Wok Your Way To The Center Of The Galaxy

The round bottom of a proper wok is the key to a decent stir fry, but it also makes it hard to use on traditional Western stoves. That’s why many woks end up in a dark kitchen cabinet, unused and unloved. But wait; it turns out that the round bottom of a wok is the perfect shape for gathering something else — radio waves, specifically the 21-cm neutral hydrogen emissions coming from the heart of our galaxy.

Turning a wok into an entry-level radio telescope doesn’t appear to be all that hard, at least judging by what [Leo W.H. Fung] et al detail in their paper (PDF) on “WTH” or “Wok the Hydrogen.” Aside from the wok, which serves as the main reflector, you’ll need a bit of coaxial cable and some stiff copper wire to fashion a small dipole antenna and balun, plus some plastic tubing to support it at the focal point of the reflector. Measuring the wok’s shape and size, which in turn determines its focal point, is probably the hardest part of the build; luckily, the paper includes tips on doing just that. The authors address the controversy of parabolic versus spherical reflectors and arrive at the conclusion that for a radio telescope fashioned from a wok, it just doesn’t matter.

As for the signal processing chain, WTH holds few surprises. A Nooelec Sawbird+ H1 acts as preamp and filter for the 1420-MHz hydrogen line signal, which feeds into an RTL-SDR dongle. Careful attention is paid to proper grounding and shielding to keep the noise floor as low as possible. Mounting the antenna is a decidedly ad hoc affair, and aiming is as simple as eyeballing various stars near the center of the galactic plane — no need to complicate things.

Performance is pretty good: WTH measured the recession velocity of neutral hydrogen to within 20 km/s, which isn’t bad for something cobbled together from scrap. We’ve seen plenty of DIY hydrogen line observatories before, but WTH probably wins the “get on the air tonight” award.

Thanks to [Heinz-Bernd Eggenstein] for the tip.

14 thoughts on “Wok Your Way To The Center Of The Galaxy

  1. Two words “Spherical aberration”
    Once a focal point is selected it will be perfect for looking at one frequency, but higher frequencies will have a different focal point than lower frequencies with a spherical dish.

    1. Right. This particular device is looking at a single frequency so there’s no problem. The Doppler shift they are looking at is on the order of 200kHz, so there shouldn’t be a noticeable problem with the focal point.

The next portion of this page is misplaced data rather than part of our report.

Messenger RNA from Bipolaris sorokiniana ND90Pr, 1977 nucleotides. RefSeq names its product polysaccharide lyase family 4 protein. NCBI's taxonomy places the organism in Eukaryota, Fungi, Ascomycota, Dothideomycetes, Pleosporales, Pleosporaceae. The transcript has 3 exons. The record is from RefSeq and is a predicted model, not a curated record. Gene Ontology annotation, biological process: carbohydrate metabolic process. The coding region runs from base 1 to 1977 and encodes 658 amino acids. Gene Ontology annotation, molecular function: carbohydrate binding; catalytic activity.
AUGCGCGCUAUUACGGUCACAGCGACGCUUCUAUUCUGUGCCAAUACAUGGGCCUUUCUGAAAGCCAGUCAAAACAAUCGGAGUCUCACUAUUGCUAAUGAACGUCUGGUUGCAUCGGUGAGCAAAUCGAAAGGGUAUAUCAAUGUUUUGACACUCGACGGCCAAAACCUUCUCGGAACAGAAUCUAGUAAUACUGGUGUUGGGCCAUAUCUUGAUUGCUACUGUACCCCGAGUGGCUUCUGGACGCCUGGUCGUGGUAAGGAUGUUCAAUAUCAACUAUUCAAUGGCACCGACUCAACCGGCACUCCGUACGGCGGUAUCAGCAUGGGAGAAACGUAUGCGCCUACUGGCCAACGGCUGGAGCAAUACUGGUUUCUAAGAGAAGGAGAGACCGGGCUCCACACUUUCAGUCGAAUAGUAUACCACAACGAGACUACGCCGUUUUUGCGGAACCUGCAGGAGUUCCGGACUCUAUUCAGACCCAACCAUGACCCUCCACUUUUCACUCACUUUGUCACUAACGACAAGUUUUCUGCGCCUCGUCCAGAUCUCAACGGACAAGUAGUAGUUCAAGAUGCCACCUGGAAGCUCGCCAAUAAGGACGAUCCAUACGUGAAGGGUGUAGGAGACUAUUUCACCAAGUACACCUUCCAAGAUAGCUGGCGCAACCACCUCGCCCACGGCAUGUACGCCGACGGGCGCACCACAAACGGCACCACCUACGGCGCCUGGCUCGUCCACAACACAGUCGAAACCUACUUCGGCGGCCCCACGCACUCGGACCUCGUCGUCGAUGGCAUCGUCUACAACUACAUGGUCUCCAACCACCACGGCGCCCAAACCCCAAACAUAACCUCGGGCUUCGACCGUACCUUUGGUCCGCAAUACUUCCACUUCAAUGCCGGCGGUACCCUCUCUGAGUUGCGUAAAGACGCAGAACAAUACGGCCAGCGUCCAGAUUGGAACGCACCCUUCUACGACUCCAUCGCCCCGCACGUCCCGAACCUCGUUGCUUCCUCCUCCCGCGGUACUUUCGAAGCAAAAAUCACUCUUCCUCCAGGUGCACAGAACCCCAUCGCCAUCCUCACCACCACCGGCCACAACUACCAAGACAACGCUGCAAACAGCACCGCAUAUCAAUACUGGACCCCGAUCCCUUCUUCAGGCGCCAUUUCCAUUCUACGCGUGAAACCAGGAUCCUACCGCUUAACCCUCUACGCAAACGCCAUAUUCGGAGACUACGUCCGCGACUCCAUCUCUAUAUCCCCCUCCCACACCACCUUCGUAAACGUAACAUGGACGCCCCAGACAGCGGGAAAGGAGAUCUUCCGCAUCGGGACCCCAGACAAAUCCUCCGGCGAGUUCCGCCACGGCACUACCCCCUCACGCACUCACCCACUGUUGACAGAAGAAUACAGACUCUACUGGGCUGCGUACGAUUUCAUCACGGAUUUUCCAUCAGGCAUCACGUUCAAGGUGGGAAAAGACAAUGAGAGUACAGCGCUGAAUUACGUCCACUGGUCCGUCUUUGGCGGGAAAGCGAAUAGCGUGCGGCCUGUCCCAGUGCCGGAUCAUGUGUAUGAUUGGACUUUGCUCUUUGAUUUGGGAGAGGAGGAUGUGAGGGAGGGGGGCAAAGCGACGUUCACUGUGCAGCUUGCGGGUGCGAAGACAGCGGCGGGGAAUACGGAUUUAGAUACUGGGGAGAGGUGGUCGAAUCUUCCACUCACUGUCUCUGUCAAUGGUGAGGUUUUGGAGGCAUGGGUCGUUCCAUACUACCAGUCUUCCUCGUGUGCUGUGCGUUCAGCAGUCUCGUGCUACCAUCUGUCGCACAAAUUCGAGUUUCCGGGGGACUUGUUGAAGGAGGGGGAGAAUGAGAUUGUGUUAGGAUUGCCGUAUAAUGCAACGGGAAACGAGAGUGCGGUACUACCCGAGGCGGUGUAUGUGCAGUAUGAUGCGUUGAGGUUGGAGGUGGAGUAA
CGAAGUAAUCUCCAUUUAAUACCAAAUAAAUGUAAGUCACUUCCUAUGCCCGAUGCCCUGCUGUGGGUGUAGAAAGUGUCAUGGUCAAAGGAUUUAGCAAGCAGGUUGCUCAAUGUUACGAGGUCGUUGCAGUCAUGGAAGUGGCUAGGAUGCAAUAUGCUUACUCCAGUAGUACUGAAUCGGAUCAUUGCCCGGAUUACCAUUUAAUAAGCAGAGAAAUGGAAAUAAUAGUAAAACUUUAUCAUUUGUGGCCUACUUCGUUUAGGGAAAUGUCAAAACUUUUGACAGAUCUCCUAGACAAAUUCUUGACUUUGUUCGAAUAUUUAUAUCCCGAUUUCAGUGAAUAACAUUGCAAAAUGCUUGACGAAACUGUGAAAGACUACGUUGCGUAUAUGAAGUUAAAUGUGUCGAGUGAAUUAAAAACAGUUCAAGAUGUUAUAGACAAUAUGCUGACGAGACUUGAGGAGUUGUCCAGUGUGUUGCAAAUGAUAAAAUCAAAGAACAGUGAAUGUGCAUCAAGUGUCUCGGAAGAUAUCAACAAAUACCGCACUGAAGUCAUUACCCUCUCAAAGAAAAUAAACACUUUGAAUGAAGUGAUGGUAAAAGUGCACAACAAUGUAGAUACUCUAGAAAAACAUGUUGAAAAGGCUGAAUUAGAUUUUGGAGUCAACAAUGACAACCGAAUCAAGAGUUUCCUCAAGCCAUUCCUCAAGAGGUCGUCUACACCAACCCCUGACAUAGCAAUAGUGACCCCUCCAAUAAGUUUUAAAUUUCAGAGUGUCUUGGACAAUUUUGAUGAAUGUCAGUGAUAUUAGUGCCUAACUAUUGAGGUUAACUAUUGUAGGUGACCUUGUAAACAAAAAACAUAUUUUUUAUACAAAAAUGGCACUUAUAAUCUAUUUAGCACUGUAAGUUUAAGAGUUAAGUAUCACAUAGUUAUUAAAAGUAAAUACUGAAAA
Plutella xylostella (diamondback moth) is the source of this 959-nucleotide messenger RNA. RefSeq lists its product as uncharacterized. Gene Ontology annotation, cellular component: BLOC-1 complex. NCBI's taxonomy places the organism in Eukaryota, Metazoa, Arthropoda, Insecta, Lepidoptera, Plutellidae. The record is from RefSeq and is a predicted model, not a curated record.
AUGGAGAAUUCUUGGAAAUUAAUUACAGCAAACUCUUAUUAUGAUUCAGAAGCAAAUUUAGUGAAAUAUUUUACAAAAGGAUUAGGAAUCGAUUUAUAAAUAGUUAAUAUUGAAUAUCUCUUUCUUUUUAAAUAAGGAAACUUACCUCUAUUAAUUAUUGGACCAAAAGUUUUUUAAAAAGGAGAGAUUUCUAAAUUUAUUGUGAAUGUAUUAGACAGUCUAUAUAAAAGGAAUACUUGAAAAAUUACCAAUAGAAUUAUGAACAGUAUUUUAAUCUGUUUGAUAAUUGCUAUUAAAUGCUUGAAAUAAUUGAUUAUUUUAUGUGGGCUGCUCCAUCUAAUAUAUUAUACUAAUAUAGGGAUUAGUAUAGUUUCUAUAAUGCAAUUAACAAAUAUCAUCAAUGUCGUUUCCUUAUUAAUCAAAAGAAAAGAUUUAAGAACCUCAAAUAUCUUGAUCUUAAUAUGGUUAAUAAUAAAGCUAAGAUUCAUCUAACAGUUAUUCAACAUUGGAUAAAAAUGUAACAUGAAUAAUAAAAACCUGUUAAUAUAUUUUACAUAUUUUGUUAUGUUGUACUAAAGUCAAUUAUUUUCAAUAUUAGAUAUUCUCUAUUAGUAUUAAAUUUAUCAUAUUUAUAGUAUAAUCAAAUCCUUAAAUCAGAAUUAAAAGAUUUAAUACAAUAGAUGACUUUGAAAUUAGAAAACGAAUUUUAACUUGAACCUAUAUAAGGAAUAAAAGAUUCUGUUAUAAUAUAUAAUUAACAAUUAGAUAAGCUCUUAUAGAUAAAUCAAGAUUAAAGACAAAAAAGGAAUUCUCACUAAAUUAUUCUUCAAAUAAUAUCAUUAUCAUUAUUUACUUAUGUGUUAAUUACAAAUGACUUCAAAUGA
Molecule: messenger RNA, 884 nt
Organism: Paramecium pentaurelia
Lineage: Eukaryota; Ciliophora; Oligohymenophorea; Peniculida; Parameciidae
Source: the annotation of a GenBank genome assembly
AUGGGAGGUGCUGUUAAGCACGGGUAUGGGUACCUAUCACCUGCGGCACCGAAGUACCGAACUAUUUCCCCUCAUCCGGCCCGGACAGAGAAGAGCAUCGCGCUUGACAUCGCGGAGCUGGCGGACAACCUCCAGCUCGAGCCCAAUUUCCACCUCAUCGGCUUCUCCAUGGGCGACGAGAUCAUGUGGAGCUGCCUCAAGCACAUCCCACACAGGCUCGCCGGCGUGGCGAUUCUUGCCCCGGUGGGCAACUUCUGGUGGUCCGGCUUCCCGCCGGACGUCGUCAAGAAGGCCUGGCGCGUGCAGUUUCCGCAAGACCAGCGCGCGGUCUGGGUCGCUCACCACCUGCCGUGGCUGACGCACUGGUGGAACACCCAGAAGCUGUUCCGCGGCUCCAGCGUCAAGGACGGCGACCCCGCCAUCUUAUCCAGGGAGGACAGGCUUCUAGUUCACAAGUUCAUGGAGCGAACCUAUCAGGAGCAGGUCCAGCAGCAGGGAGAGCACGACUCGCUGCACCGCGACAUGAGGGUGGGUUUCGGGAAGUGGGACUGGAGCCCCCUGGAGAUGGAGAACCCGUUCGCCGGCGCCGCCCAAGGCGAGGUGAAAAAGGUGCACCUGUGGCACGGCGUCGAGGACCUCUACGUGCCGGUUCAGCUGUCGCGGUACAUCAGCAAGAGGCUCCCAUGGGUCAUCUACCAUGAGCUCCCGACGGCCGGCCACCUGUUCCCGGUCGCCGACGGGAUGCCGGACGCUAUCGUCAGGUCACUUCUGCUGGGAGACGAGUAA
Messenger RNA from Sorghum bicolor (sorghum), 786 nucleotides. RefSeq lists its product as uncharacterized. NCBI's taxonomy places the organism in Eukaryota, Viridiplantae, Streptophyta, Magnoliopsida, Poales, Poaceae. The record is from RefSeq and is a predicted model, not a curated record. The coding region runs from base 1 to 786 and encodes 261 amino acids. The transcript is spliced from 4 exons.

2. Spherical aberration is what it’s called when rays from the edges and rays from the center meet at different distances along the axis. That’s still true for rays at the same wavelength/frequency/color. It’s minimized by using very long focal lengths, which at the same diameter are a flatter piece of a very large sphere and are also necessarily more “stopped down” for the same actual diameter. It’s properly dealt with by using optics which aren’t spherical, of course.
      Focusing different frequencies at different distances is something you see with refractive optics rather than reflective, and in optics it’s chromatic aberration. Regular mirrors don’t reflect different colors at significantly different angles. Are you saying this one does?

      In the paper they say it was neither spherical nor parabolic, but that the focal point ended up somewhat in between and (paraphrasing) it was good enough to approximate it as being similar to both. Admittedly, since it’s a dipole driving it, the pattern isn’t going to be static with changing frequency anyway. But the reflector doesn’t seem that bad, all things considered. Might have rathered not to be iron since it throws things off a bit, but the results were pretty good for the price.

    3. You really don’t know anything about spherical aberration, do you? Has NOTHING to do with changes in frequency. The biggest concern I have with the wok, is that it is too small for it to be weffective given that the wavelength is 21 cm. Diffraction is your “enemy” here, geometrical optics is almost irrelevant

      1. Since it’s not trying to image anything, it just has to be good enough to produce a signal strong enough to be detected over the noise. Nothing about this is idea, but going to a perfect parabola and a proper feed wouldn’t change the result

  2. Round-bottom woks, if magnetic, work fine on flat induction hobs. I now have a concave hob specifically designed for woks, but I got by for years using a flat surface. You might think the energy transfer would be very inefficient, but my wok would get so screaming hot that I’d have to turn down the power on the hob.

    Here’s a project idea for the Hackaday types: How about a method for visualizing, in 3D, magnetic fields like the ones around induction hobs? It would be so, so groovy to be able to watch the cooking vessel interact with the energy source!!

Leave a Reply

Please be kind and respectful to help make the comments section excellent. (Comment Policy)

This site uses Akismet to reduce spam. Learn how your comment data is processed.